Mysterium Music (2013)
Legendary artists R. Carlos Nakai (Native flute, Eagle Bone whistle, chanting) and Peter Kater (piano) reunite for their first collaboration in over ten years and are joined by acclaimed reed player Paul McCandless (soprano sax, oboe, and English horn) along with talented cellist Jaques Morelenbaum and vocalist Trisha Bowden on the superb release Ritual. A wholly improvised recording, Kater states (in the liner notes) "It is an offering and invitation for us all to meet in this place of pure being-ness that transcends time, duality and concept. It is an expression of the totality and gift of each moment and the awareness that the experience of this journey is its own reward." Ritual is a thing of beauty, flowing from one track to the other, anchored by Nakai's haunting, lilting flute and Kater's superbly nuanced piano, but also featuring some major contributions from McCandless whose expert reed work is on display multiple times throughout the album. In fact, in some ways, McCandless is the "wild card" on the recording, giving an extra artistic "value added" to the songs on which he appears. Not to take anything away from Kater or Nakai–let's face it, they are each deserving of the years and years of praise that has been heaped on them. Just the same, McCandless fans, especially of his work in the landmark ensembles The Paul Winter Consort and Oregon should definitely seek out Ritual.
While some tracks have a drifting, meditative feel to them, almost dream-like at times, others contain drama and passion. The middle of the opening track "Meeting At Twilight" when Nakai, Kater, and McCandless gather together and pirouette musically round each other with celebratory joyfulness is one such occasion, although the opening and conclusion of the song are somber and haunting. "Standing as One" begins with a minimal piano melody over which Morelenbaum's cello sighs mournfully. As all the songs on Ritual do, this one evolves over its 8-plus minute duration, eventually folding in Nakai's soulful flute and Bowden's wordless vocals. It's worth noting that with only seven tracks on the album, yet a running time of 62 minutes, "average" track time is 9 minutes (in reality, track length varies from 6:54 to 12:34). Because of these longer-than-usual durations, the music has more room to breathe, to evolve, and to allow each artist to explore his or her own contributions. I greatly enjoyed this aspect of Ritual; it made the music come alive and kept any one element from overstaying its welcome. In addition, the improvisatory nature of the music also revealed the sense of simpatico that all the players have for one another as each one exhibits an instinctive feel for when to step into the spotlight and when to recede into the shadows. Yet, despite this being an improvised recording, there is no perfunctory noodling or overtly-flashy soloing. In fact, if the liner notes didn’t state that this was improvised, as opposed to composed music, you'd be hard pressed to tell. The only clue may be in how the unforced fluidity of the melodies comes across as organic in nature. "Invoking the Elements" has Nakai and Kater starting things off, the keening sound of the former's Native flute matched by the plaintive minimal piano notes by the latter. Gradually, McCandless joins in, but this is done so subtly, it's almost imperceptible. A lower register flute cries out at the onset of "Space Within" (Nakai is such a superb flutist), and once again Kater joins in with just a short series of notes at first before eventually playing a more pronounced lead melody line. On this track it's just the two lead artists, musical compatriots for years, each one dexterously flitting and flowing around the other - what a wonderful, intimate musical moment (later in the song, Nakai chants/speaks and you might get shivers up and down your spine, with the gravitas of the music matched by its beauty).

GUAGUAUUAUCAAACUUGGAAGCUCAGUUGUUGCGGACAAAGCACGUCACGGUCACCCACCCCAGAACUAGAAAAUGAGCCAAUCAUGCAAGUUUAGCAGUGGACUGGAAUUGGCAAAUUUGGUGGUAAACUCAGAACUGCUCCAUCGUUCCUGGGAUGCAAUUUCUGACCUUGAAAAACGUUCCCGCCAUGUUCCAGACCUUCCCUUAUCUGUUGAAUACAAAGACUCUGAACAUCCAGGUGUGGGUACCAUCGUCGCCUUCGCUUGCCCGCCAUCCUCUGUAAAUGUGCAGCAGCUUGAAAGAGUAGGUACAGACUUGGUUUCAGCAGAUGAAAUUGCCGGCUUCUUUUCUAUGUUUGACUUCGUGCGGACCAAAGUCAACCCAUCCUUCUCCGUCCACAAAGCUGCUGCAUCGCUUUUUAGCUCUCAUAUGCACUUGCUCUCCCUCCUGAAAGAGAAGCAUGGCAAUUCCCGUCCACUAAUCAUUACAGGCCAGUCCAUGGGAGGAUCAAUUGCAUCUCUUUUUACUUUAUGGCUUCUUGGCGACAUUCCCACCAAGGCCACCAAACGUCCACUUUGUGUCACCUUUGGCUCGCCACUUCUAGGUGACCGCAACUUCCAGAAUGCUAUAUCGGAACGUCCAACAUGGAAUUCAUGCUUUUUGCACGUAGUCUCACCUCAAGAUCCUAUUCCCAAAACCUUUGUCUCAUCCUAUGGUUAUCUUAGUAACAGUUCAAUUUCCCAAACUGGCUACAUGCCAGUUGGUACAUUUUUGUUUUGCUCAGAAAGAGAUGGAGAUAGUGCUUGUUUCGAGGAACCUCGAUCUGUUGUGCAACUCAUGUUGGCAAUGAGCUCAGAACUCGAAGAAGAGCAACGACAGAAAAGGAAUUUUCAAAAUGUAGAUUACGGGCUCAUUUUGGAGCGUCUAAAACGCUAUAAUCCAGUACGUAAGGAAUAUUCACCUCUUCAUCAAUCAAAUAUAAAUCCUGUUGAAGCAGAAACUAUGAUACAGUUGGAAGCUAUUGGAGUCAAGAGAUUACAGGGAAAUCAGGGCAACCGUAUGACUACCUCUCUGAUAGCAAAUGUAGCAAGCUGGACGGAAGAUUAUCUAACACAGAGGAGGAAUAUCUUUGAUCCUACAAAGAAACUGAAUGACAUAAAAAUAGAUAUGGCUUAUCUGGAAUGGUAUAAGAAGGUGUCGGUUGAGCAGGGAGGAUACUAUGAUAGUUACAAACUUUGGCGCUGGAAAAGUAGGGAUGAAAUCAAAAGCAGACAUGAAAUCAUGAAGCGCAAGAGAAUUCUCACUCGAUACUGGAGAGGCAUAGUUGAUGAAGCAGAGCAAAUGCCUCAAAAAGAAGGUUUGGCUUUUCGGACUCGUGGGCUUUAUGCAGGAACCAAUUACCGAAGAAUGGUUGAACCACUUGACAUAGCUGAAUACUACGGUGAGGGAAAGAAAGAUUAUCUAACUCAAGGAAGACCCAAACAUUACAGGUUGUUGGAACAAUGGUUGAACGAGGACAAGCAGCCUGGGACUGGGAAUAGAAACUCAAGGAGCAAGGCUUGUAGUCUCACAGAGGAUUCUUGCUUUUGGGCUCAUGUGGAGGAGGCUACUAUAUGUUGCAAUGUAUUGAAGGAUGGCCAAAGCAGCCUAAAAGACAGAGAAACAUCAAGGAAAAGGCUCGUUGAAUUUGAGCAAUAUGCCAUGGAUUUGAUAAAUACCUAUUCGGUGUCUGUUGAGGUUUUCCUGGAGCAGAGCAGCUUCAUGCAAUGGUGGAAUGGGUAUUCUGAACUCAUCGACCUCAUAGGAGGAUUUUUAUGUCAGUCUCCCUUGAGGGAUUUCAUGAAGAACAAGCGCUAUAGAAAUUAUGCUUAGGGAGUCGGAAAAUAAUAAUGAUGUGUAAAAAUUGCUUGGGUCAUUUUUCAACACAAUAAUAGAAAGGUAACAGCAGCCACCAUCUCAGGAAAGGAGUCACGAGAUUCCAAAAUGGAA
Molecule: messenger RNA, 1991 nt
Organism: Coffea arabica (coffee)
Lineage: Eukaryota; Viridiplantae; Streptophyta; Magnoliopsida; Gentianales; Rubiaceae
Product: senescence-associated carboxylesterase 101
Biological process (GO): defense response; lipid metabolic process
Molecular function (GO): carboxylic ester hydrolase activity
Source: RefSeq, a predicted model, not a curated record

Do not make the mistake of dismissing or classifying Ritual as a simple, "relaxation" recording (although there is nothing wrong with that description in and of itself). There is something much deeper going on here, a melding of intelligence with heart, a musical hybrid that speaks to both the listener's mind and the listener's soul. The emotion (conveyed by the superb music) present throughout the album, the artistry exhibited by the musicians, the haunting quality of the improvisational melodies (regardless who has the lead) combine to make Ritual a recording of rare beauty and one which is equally enjoyable as a direct and attentive listening experience or played in the background (frankly, I would don headphones and soak this music up, savoring each piano note, each lilting flute melody, each plaintive reed accompaniment, as if lingering over a delicious meal). Of note, the album is superbly engineered and mixed by Kater with a great mastering job by David Glasser, and, as if the sublime music wasn't enough inducement, the CD is contained within some truly gorgeous artwork. Ritual will almost certainly land on many critics' Top 10 lists for 2014.
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